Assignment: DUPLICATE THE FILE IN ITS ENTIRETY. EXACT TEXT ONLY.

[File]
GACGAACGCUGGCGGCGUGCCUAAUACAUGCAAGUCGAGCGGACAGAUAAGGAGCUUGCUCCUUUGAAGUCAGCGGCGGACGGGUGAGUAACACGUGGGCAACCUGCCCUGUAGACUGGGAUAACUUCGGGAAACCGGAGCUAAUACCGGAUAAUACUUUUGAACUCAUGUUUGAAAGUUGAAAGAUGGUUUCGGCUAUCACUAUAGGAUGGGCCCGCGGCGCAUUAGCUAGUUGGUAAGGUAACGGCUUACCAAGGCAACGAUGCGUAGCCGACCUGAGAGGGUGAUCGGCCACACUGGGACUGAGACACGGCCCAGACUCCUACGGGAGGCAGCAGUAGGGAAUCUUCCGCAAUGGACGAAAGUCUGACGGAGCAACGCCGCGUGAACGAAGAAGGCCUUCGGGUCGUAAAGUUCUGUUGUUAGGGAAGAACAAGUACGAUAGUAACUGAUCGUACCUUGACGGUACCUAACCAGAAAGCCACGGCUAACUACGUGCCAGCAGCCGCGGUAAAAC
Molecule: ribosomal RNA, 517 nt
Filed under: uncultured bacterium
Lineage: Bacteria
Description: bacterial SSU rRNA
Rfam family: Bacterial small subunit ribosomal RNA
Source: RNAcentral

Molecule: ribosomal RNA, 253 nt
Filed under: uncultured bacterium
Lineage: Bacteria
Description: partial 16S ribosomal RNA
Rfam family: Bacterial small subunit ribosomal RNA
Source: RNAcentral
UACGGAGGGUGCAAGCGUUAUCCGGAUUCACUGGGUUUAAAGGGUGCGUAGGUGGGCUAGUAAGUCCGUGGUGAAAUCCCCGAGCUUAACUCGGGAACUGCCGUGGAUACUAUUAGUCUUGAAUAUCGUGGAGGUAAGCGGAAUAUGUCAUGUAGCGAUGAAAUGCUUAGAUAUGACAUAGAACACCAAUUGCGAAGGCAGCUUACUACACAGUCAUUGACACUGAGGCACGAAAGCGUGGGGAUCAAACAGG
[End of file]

GACGAACGCUGGCGGCGUGCCUAAUACAUGCAAGUCGAGCGGACAGAUAAGGAGCUUGCUCCUUUGAAGUCAGCGGCGGACGGGUGAGUAACACGUGGGCAACCUGCCCUGUAGACUGGGAUAACUUCGGGAAACCGGAGCUAAUACCGGAUAAUACUUUUGAACUCAUGUUUGAAAGUUGAAAGAUGGUUUCGGCUAUCACUAUAGGAUGGGCCCGCGGCGCAUUAGCUAGUUGGUAAGGUAACGGCUUACCAAGGCAACGAUGCGUAGCCGACCUGAGAGGGUGAUCGGCCACACUGGGACUGAGACACGGCCCAGACUCCUACGGGAGGCAGCAGUAGGGAAUCUUCCGCAAUGGACGAAAGUCUGACGGAGCAACGCCGCGUGAACGAAGAAGGCCUUCGGGUCGUAAAGUUCUGUUGUUAGGGAAGAACAAGUACGAUAGUAACUGAUCGUACCUUGACGGUACCUAACCAGAAAGCCACGGCUAACUACGUGCCAGCAGCCGCGGUAAAAC
Molecule: ribosomal RNA, 517 nt
Filed under: uncultured bacterium
Lineage: Bacteria
Description: bacterial SSU rRNA
Rfam family: Bacterial small subunit ribosomal RNA
Source: RNAcentral

Molecule: ribosomal RNA, 253 nt
Filed under: uncultured bacterium
Lineage: Bacteria
Description: partial 16S ribosomal RNA
Rfam family: Bacterial small subunit ribosomal RNA
Source: RNAcentral
UACGGAGGGUGCAAGCGUUAUCCGGAUUCACUGGGUUUAAAGGGUGCGUAGGUGGGCUAGUAAGUCCGUGGUGAAAUCCCCGAGCUUAACUCGGGAACUGCCGUGGAUACUAUUAGUCUUGAAUAUCGUGGAGGUAAGCGGAAUAUGUCAUGUAGCGAUGAAAUGCUUAGAUAUGACAUAGAACACCAAUUGCGAAGGCAGCUUACUACACAGUCAUUGACACUGAGGCACGAAAGCGUGGGGAUCAAACAGG